In speaking with our JCC, we learned that they too had been interested in making connections between our two communities through the arts and dialogue. They call their initiative The Unity Project. We agreed to partner. Over the course of this year and next, we will screen 4 films and host 2 authors. We understand that the JCC’s goal is to put on programs that attract 100 or 200 people. They understand that the JCRC’s strategy is to form personal relationships with key millennial leaders. The two approaches are very different – but fully complement each other.
So how can we measure the success of this initiative? Is it really possible to measure preventing a crisis, or building trust? We live in an age of instant gratification – where every idea should turn into a program – and where every program has to show an immediate and quantifiable outcome. That’s not what we’re looking for here – and that’s not what Millennials in Indianapolis want to do. What they want is to genuinely know each other. And what we want is to have these relationships in place – because from them:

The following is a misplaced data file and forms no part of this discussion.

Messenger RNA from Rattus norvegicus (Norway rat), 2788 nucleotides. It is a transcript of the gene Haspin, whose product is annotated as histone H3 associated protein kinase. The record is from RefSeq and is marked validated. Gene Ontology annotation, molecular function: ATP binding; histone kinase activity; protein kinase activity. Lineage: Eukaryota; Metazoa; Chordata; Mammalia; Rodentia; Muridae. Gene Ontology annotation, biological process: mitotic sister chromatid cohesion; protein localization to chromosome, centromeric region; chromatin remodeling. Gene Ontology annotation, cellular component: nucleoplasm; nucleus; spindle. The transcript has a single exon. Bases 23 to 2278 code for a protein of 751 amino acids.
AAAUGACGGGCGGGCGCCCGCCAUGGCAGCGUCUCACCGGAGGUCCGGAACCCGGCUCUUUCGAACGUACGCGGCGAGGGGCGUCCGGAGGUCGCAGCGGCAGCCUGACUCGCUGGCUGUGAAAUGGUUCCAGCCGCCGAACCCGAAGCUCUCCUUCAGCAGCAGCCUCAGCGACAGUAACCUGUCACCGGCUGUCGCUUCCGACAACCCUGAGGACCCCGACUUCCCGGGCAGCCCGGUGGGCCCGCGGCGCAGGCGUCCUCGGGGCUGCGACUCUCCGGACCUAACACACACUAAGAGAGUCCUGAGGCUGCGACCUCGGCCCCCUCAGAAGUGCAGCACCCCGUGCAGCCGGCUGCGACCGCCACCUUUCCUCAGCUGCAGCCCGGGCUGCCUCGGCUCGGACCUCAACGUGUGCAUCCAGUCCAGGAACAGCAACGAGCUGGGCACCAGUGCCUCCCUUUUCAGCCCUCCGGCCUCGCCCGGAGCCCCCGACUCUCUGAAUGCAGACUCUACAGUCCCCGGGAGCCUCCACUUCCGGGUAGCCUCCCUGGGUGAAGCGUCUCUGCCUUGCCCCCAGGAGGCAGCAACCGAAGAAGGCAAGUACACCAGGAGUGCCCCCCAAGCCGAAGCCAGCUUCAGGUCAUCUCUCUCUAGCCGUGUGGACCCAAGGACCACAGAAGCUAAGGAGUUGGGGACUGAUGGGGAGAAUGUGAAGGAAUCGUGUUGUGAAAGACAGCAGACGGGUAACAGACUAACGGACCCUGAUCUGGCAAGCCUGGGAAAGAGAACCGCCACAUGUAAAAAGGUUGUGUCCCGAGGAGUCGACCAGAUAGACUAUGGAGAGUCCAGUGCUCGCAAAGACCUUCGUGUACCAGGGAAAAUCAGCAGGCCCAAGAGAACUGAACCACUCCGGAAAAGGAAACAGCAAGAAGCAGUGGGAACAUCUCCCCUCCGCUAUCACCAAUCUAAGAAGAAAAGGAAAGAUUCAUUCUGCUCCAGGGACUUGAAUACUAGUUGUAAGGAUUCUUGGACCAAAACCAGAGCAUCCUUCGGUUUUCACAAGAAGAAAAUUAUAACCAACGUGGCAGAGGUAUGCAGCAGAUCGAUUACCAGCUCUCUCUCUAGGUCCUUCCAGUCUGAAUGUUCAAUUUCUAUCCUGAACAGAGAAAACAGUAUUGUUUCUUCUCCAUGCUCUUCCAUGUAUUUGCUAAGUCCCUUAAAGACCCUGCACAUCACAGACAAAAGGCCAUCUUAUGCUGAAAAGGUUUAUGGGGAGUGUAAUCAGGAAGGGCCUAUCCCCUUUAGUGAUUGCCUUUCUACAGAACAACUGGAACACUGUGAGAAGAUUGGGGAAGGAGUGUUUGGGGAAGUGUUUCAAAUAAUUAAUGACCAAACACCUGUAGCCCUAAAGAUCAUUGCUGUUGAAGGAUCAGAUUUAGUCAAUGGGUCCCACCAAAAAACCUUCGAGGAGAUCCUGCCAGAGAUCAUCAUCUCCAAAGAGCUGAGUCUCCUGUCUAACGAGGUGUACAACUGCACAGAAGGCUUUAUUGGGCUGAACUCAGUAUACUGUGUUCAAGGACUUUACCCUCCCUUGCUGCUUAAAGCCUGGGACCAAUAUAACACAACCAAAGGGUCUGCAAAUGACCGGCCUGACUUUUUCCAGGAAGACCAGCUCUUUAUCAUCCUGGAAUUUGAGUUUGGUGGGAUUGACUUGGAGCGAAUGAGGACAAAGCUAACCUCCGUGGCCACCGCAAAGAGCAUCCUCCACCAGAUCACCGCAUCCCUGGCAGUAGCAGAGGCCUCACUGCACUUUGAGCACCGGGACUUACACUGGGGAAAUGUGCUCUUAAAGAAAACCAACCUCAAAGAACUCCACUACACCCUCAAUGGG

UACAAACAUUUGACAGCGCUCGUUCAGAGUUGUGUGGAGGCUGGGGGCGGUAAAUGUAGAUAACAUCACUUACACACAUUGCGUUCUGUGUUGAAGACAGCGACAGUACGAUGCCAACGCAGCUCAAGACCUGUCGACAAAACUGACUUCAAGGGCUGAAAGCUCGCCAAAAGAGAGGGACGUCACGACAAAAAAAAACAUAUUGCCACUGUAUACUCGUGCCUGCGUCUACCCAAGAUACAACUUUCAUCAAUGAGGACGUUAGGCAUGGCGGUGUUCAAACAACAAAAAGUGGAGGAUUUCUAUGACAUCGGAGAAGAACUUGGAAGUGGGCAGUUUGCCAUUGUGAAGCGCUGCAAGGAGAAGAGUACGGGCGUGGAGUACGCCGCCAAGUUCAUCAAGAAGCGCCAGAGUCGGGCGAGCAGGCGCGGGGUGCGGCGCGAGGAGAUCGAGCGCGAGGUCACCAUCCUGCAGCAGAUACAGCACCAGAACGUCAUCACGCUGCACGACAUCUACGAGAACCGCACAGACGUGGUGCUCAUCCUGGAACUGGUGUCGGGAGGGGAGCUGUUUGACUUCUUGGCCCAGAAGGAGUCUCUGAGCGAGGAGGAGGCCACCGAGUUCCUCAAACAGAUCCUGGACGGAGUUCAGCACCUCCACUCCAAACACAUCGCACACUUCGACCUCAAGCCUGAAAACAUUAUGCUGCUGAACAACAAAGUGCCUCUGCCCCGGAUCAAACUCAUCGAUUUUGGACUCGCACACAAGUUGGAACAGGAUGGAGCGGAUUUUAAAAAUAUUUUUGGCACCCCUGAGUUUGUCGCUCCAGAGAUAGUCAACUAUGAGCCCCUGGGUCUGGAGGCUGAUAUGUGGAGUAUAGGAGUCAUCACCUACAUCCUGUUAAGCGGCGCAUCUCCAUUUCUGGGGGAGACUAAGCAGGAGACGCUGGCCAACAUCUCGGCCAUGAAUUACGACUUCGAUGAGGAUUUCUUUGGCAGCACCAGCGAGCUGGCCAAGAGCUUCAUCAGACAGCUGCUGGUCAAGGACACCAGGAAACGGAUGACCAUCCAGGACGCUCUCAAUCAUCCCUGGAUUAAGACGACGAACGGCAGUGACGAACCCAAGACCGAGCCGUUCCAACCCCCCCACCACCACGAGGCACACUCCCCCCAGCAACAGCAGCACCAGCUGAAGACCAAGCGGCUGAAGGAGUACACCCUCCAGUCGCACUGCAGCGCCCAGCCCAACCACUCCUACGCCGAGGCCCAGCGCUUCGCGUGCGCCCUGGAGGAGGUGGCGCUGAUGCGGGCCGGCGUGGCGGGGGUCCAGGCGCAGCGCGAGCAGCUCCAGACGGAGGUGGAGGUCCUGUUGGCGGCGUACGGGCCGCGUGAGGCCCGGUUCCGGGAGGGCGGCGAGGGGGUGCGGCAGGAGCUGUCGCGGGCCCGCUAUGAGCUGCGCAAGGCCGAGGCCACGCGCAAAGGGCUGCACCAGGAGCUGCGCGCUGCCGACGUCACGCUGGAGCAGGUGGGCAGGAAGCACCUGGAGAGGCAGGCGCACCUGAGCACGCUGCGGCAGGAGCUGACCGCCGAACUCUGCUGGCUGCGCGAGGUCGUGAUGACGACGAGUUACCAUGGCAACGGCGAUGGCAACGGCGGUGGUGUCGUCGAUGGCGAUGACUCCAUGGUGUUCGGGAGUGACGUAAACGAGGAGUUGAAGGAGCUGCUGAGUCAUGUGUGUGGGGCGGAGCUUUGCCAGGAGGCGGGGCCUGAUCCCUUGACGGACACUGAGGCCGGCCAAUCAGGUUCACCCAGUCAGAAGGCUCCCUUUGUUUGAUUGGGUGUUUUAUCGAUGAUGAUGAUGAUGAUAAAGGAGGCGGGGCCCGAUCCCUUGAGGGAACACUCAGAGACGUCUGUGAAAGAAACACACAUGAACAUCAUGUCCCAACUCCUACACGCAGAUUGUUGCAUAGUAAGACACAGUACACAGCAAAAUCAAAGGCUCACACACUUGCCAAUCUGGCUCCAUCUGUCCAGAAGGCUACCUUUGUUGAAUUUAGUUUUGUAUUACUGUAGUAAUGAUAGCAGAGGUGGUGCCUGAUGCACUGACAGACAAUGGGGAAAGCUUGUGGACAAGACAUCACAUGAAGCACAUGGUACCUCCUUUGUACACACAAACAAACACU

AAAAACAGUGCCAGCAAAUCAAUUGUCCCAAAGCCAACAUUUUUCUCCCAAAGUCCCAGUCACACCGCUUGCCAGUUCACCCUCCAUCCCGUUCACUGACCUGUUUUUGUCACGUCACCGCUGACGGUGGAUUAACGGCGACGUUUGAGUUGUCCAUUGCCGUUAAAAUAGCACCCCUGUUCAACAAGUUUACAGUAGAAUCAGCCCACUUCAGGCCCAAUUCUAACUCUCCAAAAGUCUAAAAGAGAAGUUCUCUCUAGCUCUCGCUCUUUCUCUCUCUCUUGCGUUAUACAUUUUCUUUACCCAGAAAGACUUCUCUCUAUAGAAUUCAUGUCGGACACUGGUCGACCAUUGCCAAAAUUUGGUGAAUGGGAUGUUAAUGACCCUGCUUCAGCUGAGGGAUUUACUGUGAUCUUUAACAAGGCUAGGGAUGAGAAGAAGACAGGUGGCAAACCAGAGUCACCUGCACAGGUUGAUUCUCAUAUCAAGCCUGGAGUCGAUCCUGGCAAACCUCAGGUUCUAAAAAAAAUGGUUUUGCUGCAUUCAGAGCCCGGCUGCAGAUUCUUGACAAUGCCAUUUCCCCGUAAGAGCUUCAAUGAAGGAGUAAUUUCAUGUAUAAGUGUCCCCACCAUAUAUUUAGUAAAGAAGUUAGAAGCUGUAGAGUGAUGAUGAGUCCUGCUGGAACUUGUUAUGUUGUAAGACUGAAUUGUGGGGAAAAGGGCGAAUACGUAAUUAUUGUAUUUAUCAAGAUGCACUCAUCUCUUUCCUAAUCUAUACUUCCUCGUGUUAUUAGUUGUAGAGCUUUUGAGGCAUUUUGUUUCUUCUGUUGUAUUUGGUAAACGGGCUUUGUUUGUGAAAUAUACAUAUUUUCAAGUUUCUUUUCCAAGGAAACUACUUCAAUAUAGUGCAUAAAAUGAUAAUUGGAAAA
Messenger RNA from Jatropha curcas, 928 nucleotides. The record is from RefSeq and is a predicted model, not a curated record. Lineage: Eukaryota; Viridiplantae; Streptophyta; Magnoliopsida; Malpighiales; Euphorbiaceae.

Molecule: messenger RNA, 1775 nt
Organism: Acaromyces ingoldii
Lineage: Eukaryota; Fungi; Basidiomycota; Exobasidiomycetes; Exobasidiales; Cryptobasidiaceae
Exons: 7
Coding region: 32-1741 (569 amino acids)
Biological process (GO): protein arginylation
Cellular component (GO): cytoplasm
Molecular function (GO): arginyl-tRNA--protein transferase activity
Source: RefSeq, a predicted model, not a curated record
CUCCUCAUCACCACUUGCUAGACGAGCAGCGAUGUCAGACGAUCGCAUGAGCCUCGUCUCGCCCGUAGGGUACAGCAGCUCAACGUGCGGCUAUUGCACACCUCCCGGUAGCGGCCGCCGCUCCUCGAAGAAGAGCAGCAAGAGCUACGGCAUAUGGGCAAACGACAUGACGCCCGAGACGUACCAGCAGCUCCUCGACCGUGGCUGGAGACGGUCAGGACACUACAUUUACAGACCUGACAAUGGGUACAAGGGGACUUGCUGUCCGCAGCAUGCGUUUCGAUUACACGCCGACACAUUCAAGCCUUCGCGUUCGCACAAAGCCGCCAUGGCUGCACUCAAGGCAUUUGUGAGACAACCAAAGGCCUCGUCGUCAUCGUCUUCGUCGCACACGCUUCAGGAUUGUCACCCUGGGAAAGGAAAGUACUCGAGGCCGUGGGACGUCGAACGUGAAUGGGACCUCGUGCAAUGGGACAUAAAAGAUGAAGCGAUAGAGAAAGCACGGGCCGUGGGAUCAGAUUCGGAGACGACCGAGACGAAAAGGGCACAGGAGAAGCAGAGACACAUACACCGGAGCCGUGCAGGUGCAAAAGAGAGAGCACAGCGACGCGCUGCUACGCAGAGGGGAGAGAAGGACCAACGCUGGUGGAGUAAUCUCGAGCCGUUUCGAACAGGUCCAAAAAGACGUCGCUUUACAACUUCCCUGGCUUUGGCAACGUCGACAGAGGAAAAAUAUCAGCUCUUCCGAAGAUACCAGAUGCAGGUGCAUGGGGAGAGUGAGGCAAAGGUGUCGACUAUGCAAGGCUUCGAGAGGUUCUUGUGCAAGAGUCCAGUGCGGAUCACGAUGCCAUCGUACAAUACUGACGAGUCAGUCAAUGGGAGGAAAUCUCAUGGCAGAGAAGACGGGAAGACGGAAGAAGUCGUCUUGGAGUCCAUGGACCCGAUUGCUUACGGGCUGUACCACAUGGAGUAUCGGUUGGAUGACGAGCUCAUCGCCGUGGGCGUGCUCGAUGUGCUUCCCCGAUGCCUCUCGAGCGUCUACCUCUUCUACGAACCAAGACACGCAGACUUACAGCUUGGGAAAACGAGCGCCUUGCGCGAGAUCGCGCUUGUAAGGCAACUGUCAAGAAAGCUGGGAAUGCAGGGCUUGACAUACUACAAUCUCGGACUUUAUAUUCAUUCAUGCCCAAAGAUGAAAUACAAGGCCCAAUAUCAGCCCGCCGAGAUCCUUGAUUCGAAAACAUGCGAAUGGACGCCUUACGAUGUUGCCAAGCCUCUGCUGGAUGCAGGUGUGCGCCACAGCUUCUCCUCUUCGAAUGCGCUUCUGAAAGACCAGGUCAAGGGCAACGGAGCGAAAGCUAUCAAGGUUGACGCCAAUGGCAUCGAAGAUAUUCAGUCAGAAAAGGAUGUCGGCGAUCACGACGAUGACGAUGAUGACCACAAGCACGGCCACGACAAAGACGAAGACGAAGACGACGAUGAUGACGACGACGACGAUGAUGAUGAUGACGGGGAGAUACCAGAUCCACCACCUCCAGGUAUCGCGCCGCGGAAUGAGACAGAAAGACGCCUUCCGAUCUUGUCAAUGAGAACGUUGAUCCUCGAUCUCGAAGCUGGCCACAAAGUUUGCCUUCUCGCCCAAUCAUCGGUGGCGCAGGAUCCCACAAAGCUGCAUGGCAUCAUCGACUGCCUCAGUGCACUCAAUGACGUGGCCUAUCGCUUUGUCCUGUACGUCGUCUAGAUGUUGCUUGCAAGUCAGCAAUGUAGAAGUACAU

- Crises can be averted,
- Conversations about Israel and BDS will take place, and
- Collaborative initiatives will be born.
So what’s so innovative about outreach to the African American community that it deserves a place in the “FEDovation” line-up? Well, it’s not about having a program where you check the box with an event and a speaker. And it’s not about the method or strategy employed to create the relationships. What’s innovative is having your Jewish community actually do it
- invest in a long-term initiative that may not have clear-cut, immediate, measurable outcomes.
- commit to the “long-game” that on the surface may seem only tangentially connected to “Israel Advocacy” or “Combatting BDS” – but at its core, is exactly that.
However, this is not about just fighting the delegitimization of Israel, or increasing the number of relationships we have. We also need to do this because it’s the right thing to do. We want to walk in the footsteps of Heschel and King. And we can. But we have to show up.